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COMMON TENSES

An overview of the FIVE most important tenses in the English language

It is important to know when to use each tense and also how to make the tenses. Here’s some help with the most commonly used tenses in English:

  Present Simple

(I go)

Past Simple

(I went)

Future Simple

(I will go)

Present Perfect

(I have gone)

Present Continuous

(I am going)

When do I use this tense? Used for present facts and repeated actions. Used for completed actions in the past. Used for future actions, even if they are only a few seconds in the future. Used for actions which started in the past and are still true now. Used for temporary actions going on now.
Words that signal use of the tense: every (day, week, month, year, etc.), always, usually, often, sometimes, etc. Yesterday, last (week, month, year, etc.), when I was a child, this morning (if it is no longer morning), etc. Tomorrow, next (week, month, year, etc.), in the future, when I retire, when I get home, etc. Since, for, ever (with questions), up to now, how long (with questions), etc. Now, at the moment, today, this week, presently, etc.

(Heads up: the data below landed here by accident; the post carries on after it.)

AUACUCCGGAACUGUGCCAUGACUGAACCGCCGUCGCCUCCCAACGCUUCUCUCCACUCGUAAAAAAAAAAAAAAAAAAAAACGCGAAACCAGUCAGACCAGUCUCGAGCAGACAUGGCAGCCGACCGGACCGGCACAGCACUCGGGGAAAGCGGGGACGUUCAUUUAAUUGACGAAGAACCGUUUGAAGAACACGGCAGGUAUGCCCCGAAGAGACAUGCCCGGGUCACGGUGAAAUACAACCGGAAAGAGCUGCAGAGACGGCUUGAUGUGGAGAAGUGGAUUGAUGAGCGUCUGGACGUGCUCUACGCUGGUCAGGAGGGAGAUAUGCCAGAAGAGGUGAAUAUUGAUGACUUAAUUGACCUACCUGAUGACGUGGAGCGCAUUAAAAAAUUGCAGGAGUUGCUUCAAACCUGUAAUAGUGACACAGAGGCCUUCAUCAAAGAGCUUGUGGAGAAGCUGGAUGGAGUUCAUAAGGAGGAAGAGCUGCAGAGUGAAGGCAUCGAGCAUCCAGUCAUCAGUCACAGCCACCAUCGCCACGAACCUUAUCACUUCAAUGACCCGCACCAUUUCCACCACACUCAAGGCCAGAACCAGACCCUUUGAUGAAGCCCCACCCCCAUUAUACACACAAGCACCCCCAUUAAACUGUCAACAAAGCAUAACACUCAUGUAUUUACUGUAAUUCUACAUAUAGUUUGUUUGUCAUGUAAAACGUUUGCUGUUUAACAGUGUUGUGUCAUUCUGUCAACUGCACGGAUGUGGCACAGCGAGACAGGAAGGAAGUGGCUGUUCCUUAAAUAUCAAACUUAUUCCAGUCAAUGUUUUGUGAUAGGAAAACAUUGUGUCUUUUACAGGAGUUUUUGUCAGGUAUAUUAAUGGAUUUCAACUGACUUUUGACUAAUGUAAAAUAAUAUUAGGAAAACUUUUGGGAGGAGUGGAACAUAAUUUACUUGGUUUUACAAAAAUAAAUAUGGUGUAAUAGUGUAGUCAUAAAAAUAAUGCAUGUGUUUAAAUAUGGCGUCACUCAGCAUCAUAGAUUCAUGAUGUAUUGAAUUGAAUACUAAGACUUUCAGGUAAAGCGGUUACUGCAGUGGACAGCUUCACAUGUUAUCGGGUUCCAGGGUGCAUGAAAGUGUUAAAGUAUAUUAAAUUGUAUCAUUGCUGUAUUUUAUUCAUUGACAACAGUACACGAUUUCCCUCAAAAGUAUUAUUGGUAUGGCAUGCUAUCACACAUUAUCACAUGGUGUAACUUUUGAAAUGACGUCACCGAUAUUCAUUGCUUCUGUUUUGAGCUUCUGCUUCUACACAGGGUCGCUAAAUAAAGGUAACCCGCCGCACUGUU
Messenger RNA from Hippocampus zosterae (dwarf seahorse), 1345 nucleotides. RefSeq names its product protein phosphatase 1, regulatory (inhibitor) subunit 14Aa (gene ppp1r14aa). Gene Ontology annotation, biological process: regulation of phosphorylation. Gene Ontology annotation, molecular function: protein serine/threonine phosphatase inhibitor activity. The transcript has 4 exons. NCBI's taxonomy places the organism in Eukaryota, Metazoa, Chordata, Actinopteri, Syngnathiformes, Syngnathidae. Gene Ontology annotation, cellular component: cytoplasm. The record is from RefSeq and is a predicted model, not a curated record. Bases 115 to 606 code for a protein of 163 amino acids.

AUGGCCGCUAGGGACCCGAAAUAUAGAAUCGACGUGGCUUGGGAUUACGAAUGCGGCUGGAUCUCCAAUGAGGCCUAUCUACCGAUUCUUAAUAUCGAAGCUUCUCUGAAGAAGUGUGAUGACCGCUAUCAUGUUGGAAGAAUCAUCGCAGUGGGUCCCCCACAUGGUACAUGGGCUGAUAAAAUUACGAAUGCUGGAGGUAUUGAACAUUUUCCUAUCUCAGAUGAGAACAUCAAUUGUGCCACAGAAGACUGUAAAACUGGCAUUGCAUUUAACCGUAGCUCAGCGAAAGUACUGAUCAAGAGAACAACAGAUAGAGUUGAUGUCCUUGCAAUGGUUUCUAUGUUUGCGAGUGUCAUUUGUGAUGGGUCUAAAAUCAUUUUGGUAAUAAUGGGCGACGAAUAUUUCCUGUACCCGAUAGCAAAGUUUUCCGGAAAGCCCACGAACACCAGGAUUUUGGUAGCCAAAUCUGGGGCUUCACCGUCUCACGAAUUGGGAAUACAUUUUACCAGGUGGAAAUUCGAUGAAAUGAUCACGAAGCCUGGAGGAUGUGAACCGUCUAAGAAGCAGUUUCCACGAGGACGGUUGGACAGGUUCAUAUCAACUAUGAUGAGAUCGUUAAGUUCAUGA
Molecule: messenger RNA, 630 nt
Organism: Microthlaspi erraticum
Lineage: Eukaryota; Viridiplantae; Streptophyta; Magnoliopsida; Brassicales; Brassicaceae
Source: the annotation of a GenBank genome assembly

How do I make the tense? The first form of the verb is used to make the Present Simple.

For questions and negatives the helping verb (do / does) is used with the first form of the verb.

An important rule with the Present Simple is: Don’t forget the "s" with he, she & it!

The second form of the verb is used for the Past Simple.

However, when making questions and negatives in the Past Simple, we use the helping verb "did" and leave the main verb in its infinitive form (1st form).

The Future Simple is formed with the helping verb will and the first form of the verb. The Present Perfect is formed with the helping verb have (or: has) and the third form of the verb. The Present Continuous is formed with the helping verb to be (am, are, is) and the "-ing" form of the verb.
Which helping verb do I use? do / does did will have / has to be (am, are, is)

 

Handy hint on tense usage in written English:

Tense refers to time. What time is it in your sentence? Whatever time it is it should remain consistent throughout your whole piece of writing. If it was last week you are talking about, stay there.

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